Habitats and SpeciesCalifornia has lost over 90% of its wetlands, which provide important nursery habitat for fish species of commercial and recreational importance. Coastal habitats provide migratory pathways, resting, breeding, rearing and feeding areas for waterfowl, shorebirds, fish, and California’s iconic marine mammals. A suite of anthropogenic changes in land use are threatening the health and longevity of California’s coastal habitats; sea level rise and related coastal hazards, will only increase these threats. In the face of these new and exacerbated coastal threats, traditional emergency responses have often relied on building defensive infrastructure that can have negative impacts on habitat: bigger levees or rock walls to protect coastlines. The challenge for California will be to build resilience while protecting our remaining coastal habitats into the future.
OverviewThe following site-based projects throughout California are demonstrating the feasibility and effectiveness of using natural shorelines as part of an overall coastal adaptation package – conserving wetlands, beaches and estuaries both today and into the future in the face of sea level rise.
California’s iconic coastline is threatened by the coastal squeeze between upland development and climate change induced sea level rise. The Nature Conservancy and partners are demonstrating the effectiveness of coastal resilience adaptation planning statewide through their engagements in Monterey Bay, and Santa Barbara and Ventura Counties.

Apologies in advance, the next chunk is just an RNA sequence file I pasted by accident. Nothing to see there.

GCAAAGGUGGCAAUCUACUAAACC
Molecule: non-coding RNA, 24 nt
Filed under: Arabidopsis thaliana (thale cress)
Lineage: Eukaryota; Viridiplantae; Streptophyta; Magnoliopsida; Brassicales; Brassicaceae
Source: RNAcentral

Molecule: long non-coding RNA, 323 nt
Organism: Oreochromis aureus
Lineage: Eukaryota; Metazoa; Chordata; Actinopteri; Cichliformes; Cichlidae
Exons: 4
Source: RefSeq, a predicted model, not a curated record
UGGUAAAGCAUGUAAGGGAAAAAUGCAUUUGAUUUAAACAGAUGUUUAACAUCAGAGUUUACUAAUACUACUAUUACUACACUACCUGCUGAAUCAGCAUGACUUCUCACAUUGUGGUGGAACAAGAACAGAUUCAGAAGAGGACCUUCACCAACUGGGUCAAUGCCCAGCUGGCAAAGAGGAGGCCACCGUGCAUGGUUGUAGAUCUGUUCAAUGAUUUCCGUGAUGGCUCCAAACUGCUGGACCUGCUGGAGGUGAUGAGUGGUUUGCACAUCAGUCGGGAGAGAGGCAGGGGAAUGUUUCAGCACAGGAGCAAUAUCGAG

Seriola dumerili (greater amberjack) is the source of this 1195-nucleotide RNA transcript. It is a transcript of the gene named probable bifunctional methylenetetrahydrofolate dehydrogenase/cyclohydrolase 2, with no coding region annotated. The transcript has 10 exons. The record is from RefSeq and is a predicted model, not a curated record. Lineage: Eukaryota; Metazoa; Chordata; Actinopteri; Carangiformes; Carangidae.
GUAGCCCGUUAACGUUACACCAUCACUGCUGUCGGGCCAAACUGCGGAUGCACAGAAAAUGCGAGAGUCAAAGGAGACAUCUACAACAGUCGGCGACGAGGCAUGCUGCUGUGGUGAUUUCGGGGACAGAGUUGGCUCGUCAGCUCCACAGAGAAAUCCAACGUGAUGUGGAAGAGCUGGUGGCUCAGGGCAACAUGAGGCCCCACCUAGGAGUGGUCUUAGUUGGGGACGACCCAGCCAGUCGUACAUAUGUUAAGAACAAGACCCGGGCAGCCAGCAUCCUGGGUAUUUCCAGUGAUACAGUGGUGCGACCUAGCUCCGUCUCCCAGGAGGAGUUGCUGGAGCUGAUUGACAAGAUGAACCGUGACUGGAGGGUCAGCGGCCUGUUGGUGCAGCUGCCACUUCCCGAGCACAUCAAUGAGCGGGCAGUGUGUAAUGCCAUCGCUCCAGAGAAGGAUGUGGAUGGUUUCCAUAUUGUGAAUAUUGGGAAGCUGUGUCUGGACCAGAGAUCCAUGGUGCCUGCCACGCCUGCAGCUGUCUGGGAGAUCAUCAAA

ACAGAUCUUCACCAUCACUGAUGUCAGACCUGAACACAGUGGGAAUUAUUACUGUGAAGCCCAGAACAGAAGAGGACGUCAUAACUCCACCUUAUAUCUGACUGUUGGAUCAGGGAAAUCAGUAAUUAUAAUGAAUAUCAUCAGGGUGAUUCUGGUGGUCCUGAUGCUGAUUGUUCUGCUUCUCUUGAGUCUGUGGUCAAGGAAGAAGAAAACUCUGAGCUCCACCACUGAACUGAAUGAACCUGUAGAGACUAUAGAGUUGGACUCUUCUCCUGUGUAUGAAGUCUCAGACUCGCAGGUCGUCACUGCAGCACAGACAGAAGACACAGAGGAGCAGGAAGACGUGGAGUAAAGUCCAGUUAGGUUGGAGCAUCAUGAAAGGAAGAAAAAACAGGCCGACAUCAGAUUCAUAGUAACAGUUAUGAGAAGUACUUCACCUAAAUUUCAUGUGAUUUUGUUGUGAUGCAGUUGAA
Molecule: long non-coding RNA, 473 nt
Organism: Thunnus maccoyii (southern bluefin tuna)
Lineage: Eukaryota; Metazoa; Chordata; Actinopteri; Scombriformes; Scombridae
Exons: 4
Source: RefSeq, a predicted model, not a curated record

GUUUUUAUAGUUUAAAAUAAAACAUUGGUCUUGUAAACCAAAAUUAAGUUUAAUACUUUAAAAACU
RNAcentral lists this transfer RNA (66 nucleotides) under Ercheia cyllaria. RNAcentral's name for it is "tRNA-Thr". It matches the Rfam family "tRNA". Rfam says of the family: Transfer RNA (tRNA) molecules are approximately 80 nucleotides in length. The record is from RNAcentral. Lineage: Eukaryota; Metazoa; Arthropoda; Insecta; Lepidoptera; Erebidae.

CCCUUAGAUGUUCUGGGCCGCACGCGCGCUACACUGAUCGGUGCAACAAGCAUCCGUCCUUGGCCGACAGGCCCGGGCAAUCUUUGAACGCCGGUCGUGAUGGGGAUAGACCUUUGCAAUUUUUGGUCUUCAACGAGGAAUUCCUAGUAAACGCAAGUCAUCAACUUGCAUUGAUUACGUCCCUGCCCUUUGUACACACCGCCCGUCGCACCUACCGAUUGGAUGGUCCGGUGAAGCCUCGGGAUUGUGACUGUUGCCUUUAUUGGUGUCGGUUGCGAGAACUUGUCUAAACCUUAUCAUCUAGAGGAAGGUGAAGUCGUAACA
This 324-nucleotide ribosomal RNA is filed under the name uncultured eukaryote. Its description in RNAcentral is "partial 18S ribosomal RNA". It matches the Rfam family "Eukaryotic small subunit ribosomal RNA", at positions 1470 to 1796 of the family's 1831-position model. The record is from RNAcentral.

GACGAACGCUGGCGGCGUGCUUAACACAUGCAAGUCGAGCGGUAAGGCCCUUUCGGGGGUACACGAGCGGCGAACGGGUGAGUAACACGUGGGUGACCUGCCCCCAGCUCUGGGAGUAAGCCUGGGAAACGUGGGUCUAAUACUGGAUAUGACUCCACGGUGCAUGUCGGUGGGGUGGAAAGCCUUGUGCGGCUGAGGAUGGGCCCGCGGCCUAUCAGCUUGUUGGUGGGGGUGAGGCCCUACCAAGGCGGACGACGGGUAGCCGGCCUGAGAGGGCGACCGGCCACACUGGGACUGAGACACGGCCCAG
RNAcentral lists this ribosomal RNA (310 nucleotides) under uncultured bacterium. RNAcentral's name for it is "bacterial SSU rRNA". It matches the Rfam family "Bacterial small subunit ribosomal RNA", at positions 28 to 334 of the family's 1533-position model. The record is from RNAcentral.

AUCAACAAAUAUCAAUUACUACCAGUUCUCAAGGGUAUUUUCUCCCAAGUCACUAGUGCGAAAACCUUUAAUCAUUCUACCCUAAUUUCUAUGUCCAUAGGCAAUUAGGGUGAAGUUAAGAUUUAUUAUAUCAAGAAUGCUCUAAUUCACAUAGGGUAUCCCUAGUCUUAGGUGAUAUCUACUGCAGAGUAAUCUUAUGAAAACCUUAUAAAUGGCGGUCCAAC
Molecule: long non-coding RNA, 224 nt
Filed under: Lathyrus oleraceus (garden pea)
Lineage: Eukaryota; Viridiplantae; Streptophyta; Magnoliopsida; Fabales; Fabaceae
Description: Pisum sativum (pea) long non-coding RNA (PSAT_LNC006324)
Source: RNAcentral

ResourcesFor the latest reports, publications and other resources on coastal resilience in California visit the Coastal Resilience Resource Library on the Conservation Gateway.
Related Stories and News
The Georgia Chapter of TNC help to identify the states top climate research questions through a state-wide collaborative effort called the Georgia Climate Research Roadmap.
New Case Studies show potential of nature-based infrastructure to mitigate sea level rise in California.
New Release from the CA State Coastal Conservancy -- This summer, the Conservancy hosted a Center for the Blue Economy fellow from the Middlebury Institute of International Studies at Monterey, Clesi Bennett, who was a Climate Resilience Fellow with us and conducted...
On September 20-22, The Nature Conservancy’s Coastal Resilience program was represented at the 4th Annual Conference of the National Tribal Emergency Management Council (NTEMC).
On September 27th, The Nature Conservancy's Coastal Resilience program was represented at the Monterey County Coastal Resilience Workshop hosted by FEMA Region IX, the NOAA Office for Coastal Management, United States Geological Survey, the California Coastal...
On August 22, the Climate Justice Working Group, with support from Greenlining Institute and Resources Legacy Fund, released a set of guiding principles and recommendations for advancing equitable climate change adaptation in California. Read more here.
Missed the first Coastal Commission webinar on their new draft residential adaptation policy guidance? Want to submit a comment? Read on to learn how!
Scientists from UC Santa Cruz and The Nature Conservancy published a study that proposes prioritizing property buyouts based on flood risk, ecological value, and socioeconomic conditions.